For the first time ever, New York City set off fireworks to commemorate Chinese New Year. It happened over the Hudson and was synchronized and jubilant. At one moment it looked like skyscrapers were melting out of the night. Colorful. Impressive. Yet it was still mere facsimile for the real thing. You see, for my money, the most noteworthy — if not outright best – New Year’s celebration happens in Beijing.
It was picturesque again this year, but for none of the reasons above. The explosions were over concrete (except at Houhai, where there was frozen water), scattered and chaotic, and emotionally vacant, all bluster and fury like a child who shrieks because he can’t articulate emotions. Then again, Chinese New Year’s fireworks are for beating back evil, not impressing tourists. They are expressions — extensions? — of spirit, if it’s not too much to say so, celebrations of survival that are neither sanctioned by the soft-culture impresarios who drum up corporate concert celebrations nor, really, encouraged (after all, a significant piece of state property went up in flames amidst fireworks only six years ago). In a country divided along so many lines — generational, wealth, gender, household registration, political, cultural, ethnic — it’s only on Chinese New Year’s Eve that people seem truly united, and even then, only accidentally and incidentally.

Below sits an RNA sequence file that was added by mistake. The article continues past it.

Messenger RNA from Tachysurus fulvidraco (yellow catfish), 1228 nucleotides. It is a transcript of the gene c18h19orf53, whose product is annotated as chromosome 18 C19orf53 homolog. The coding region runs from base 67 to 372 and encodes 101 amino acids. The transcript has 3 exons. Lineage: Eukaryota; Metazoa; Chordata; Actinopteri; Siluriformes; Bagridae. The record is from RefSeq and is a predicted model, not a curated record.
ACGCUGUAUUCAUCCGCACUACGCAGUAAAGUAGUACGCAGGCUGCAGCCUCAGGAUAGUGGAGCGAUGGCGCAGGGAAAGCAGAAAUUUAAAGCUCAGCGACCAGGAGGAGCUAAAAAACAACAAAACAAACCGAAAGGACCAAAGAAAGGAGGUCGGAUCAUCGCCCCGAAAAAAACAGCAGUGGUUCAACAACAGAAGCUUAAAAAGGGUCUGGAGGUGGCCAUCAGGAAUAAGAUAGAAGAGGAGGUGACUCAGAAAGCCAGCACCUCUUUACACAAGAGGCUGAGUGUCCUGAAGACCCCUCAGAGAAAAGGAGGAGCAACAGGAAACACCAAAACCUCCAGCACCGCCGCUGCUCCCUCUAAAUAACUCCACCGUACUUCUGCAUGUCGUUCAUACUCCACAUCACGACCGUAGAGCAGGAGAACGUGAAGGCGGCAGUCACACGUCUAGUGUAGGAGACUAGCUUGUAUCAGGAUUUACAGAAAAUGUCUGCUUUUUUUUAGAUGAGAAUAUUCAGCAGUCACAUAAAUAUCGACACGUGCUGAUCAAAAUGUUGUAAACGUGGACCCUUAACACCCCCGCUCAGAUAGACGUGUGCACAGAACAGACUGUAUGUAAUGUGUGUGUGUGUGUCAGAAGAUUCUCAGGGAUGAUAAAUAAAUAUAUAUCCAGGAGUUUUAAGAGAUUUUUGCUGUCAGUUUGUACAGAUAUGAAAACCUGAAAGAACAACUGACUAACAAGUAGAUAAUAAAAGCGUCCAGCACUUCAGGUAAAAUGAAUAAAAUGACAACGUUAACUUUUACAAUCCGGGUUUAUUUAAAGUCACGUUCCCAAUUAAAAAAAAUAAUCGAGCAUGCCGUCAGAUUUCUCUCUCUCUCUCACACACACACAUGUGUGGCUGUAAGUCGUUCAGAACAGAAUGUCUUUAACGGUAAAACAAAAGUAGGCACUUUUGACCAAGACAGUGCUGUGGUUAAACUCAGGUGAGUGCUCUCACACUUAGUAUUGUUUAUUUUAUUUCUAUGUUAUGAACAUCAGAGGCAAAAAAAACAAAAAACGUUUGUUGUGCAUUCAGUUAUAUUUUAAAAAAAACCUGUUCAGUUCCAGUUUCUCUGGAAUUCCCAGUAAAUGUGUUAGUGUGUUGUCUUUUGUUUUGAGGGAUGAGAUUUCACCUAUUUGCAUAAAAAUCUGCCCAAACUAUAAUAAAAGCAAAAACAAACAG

Long strings of firecrackers, red and green rockets, shot tubes that brighten the sky, plain explosives — who are the people who light the fuses, who then, comically, scurry for safety? I notice it’s mostly the middle-aged, though a young child is often present, sometimes holding a sparkler or variations of the roman candle. Sometimes there is a small crowd that watches from a remove. Most of the time it’s security guards — young — or policemen who have the misfortune of drawing the New Year’s Eve nightshift, forced to watch over a city suddenly folded inward, its shutters closed like the outer gates of an ancient family courtyard.
During no other time, living on the ground here, do I feel like zooming out to become an all-seeing observer, impartial. Yet simultaneously, paradoxically and impossibly, at no other time do I ache to be a participant, to be not everywhere but more fully in one specific place, the one I’m occupying. It’s not so much the pyrotechnics — I have no particular nostalgia for them — as the space between the bursts: the small silences when you’re allowed to consider where, on a night like this, evil might hide. From where in the deep recesses of yourself will it eventually emerge?
Screenshots from the above video I put together: